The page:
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GNU: GDB (Debugger), Project's History, and GCC (Compiler)

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GNU
  • GDB Debugger Adds Support For Debuginfod Web Server

    Debuginfod is the Red Hat led debug information HTTP web server distributed as part of elfutils and able to supply on-demand source code and ELF/DWARF debug files to debuggers / IDEs / other compiler tooling. The GDB debugger can now tap debuginfod for on-demand source files and debug information that isn't present on the local system.

    The motivation with debuginfod is to carry less developer "baggage" on local systems when it comes to debug files and potentially even source files. Particularly for organizations or cases like Linux distributions, a centralized debuginfod server could in turn supply the needed files to clients based upon the requested build ID. Red Hat has been working to expand the debuginfod support both for the GNU toolchain and also LLVM, among other possible users.

  • When is GOTS not in the national interest?

    The modern open-source software (OSS) movement can be traced back to the early 1980s with the birth of Richard Stallman’s GNU Project and the Free Software Foundation.

    [...]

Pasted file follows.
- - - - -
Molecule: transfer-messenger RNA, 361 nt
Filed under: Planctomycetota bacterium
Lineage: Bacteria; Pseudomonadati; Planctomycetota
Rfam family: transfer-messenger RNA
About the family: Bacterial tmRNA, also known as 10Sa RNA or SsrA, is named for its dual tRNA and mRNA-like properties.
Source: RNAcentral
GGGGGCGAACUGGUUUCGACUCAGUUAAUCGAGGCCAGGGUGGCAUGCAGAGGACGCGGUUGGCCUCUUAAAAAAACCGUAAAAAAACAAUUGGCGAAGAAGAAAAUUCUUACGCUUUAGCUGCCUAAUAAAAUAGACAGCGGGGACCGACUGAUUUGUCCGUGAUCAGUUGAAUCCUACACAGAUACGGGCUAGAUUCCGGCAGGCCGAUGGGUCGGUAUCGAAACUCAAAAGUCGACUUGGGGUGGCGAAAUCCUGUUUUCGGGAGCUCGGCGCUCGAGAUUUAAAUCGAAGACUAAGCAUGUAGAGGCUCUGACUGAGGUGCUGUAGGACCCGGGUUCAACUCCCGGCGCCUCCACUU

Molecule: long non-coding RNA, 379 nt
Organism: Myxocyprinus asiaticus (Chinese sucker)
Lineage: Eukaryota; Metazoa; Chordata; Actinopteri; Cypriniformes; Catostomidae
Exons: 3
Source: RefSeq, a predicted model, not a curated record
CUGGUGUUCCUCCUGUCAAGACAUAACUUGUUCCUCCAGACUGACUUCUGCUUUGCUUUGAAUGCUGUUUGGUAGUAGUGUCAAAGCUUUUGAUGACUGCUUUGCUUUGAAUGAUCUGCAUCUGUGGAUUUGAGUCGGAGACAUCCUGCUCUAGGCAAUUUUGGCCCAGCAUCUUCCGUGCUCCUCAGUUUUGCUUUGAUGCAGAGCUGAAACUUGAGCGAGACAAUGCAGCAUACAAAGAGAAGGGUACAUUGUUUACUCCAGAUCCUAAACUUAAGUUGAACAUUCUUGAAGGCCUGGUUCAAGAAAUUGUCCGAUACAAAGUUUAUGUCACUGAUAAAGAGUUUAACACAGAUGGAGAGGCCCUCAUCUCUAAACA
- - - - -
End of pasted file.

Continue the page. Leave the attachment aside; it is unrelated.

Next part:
However, cost is a red herring for the real challenge presented by GOTS software solutions. On the surface, GOTS seems very similar to OSS which implies that it has the larger structural advantages of OSS. If handled cautiously, it can have those advantages, but care needs to be taken about what sort of existing software is being commoditized. The U.S. has a national interest in maintaining a strong software development capability. We are fortunate to be the dominant software-building country in the world. According to the Forbes 2000 list, the total market capitalization of U.S. internet, software, and computer services companies is close to $4.7 trillion — more than twice the rest of the world combined. Software tech is an enormous comparative advantage for the U.S. As a result, it is clearly in the national interest to have the government avoid directly competing against and potentially weakening the U.S. private sector.

  • New compiler added to popular studio for ARM and Cortex-M IDE

    The studio for ARM/Cortex-M is now supplied with three different compilers: GCC, Clang and the company's own compiler. The new compiler outperforms GCC and regular Clang on most benchmarks, decreasing both size of generated code as well as its execution speed.

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